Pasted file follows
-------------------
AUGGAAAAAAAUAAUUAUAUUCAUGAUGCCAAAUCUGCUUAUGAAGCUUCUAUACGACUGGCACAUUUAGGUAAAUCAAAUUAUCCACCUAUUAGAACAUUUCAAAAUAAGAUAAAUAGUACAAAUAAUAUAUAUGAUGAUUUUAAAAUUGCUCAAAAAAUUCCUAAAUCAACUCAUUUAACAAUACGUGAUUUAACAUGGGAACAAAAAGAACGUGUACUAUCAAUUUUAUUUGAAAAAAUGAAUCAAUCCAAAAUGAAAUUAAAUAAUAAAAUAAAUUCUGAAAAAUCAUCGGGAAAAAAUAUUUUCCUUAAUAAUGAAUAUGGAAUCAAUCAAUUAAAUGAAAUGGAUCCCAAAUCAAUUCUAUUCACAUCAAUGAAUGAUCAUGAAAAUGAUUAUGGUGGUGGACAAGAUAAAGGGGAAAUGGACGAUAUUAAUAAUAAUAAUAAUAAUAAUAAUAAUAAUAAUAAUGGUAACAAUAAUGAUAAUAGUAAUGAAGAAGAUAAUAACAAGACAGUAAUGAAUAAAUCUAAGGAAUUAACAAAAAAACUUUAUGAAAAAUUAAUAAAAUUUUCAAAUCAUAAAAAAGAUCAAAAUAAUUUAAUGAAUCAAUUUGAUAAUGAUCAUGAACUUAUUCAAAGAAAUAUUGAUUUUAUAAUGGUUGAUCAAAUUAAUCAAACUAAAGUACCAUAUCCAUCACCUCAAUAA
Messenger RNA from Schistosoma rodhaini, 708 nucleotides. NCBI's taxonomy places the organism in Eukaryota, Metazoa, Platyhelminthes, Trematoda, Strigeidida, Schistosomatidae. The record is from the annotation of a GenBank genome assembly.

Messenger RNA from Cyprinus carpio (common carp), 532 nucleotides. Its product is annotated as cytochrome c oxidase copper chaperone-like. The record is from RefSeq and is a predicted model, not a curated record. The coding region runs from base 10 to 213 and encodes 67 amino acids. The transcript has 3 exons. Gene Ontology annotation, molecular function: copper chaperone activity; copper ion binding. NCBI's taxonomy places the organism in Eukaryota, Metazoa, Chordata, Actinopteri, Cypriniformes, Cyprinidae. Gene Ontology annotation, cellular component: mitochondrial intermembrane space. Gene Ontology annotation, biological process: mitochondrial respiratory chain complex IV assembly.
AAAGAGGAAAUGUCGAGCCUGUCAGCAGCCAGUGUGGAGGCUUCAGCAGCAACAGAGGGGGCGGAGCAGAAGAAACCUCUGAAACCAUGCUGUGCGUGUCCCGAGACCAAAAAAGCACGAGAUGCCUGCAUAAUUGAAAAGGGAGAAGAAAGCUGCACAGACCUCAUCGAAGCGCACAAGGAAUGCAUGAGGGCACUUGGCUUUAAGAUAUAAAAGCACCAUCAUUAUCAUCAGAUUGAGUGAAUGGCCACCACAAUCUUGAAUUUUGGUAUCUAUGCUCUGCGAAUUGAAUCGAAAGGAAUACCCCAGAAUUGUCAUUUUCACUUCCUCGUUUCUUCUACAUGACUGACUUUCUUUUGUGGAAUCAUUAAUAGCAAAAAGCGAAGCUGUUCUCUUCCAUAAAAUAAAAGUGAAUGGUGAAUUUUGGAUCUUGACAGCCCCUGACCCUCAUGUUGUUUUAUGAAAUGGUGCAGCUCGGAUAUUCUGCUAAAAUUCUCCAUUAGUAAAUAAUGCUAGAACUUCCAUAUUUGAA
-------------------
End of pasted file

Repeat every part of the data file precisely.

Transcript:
AUGGAAAAAAAUAAUUAUAUUCAUGAUGCCAAAUCUGCUUAUGAAGCUUCUAUACGACUGGCACAUUUAGGUAAAUCAAAUUAUCCACCUAUUAGAACAUUUCAAAAUAAGAUAAAUAGUACAAAUAAUAUAUAUGAUGAUUUUAAAAUUGCUCAAAAAAUUCCUAAAUCAACUCAUUUAACAAUACGUGAUUUAACAUGGGAACAAAAAGAACGUGUACUAUCAAUUUUAUUUGAAAAAAUGAAUCAAUCCAAAAUGAAAUUAAAUAAUAAAAUAAAUUCUGAAAAAUCAUCGGGAAAAAAUAUUUUCCUUAAUAAUGAAUAUGGAAUCAAUCAAUUAAAUGAAAUGGAUCCCAAAUCAAUUCUAUUCACAUCAAUGAAUGAUCAUGAAAAUGAUUAUGGUGGUGGACAAGAUAAAGGGGAAAUGGACGAUAUUAAUAAUAAUAAUAAUAAUAAUAAUAAUAAUAAUAAUGGUAACAAUAAUGAUAAUAGUAAUGAAGAAGAUAAUAACAAGACAGUAAUGAAUAAAUCUAAGGAAUUAACAAAAAAACUUUAUGAAAAAUUAAUAAAAUUUUCAAAUCAUAAAAAAGAUCAAAAUAAUUUAAUGAAUCAAUUUGAUAAUGAUCAUGAACUUAUUCAAAGAAAUAUUGAUUUUAUAAUGGUUGAUCAAAUUAAUCAAACUAAAGUACCAUAUCCAUCACCUCAAUAA
Messenger RNA from Schistosoma rodhaini, 708 nucleotides. NCBI's taxonomy places the organism in Eukaryota, Metazoa, Platyhelminthes, Trematoda, Strigeidida, Schistosomatidae. The record is from the annotation of a GenBank genome assembly.

Messenger RNA from Cyprinus carpio (common carp), 532 nucleotides. Its product is annotated as cytochrome c oxidase copper chaperone-like. The record is from RefSeq and is a predicted model, not a curated record. The coding region runs from base 10 to 213 and encodes 67 amino acids. The transcript has 3 exons. Gene Ontology annotation, molecular function: copper chaperone activity; copper ion binding. NCBI's taxonomy places the organism in Eukaryota, Metazoa, Chordata, Actinopteri, Cypriniformes, Cyprinidae. Gene Ontology annotation, cellular component: mitochondrial intermembrane space. Gene Ontology annotation, biological process: mitochondrial respiratory chain complex IV assembly.
AAAGAGGAAAUGUCGAGCCUGUCAGCAGCCAGUGUGGAGGCUUCAGCAGCAACAGAGGGGGCGGAGCAGAAGAAACCUCUGAAACCAUGCUGUGCGUGUCCCGAGACCAAAAAAGCACGAGAUGCCUGCAUAAUUGAAAAGGGAGAAGAAAGCUGCACAGACCUCAUCGAAGCGCACAAGGAAUGCAUGAGGGCACUUGGCUUUAAGAUAUAAAAGCACCAUCAUUAUCAUCAGAUUGAGUGAAUGGCCACCACAAUCUUGAAUUUUGGUAUCUAUGCUCUGCGAAUUGAAUCGAAAGGAAUACCCCAGAAUUGUCAUUUUCACUUCCUCGUUUCUUCUACAUGACUGACUUUCUUUUGUGGAAUCAUUAAUAGCAAAAAGCGAAGCUGUUCUCUUCCAUAAAAUAAAAGUGAAUGGUGAAUUUUGGAUCUUGACAGCCCCUGACCCUCAUGUUGUUUUAUGAAAUGGUGCAGCUCGGAUAUUCUGCUAAAAUUCUCCAUUAGUAAAUAAUGCUAGAACUUCCAUAUUUGAA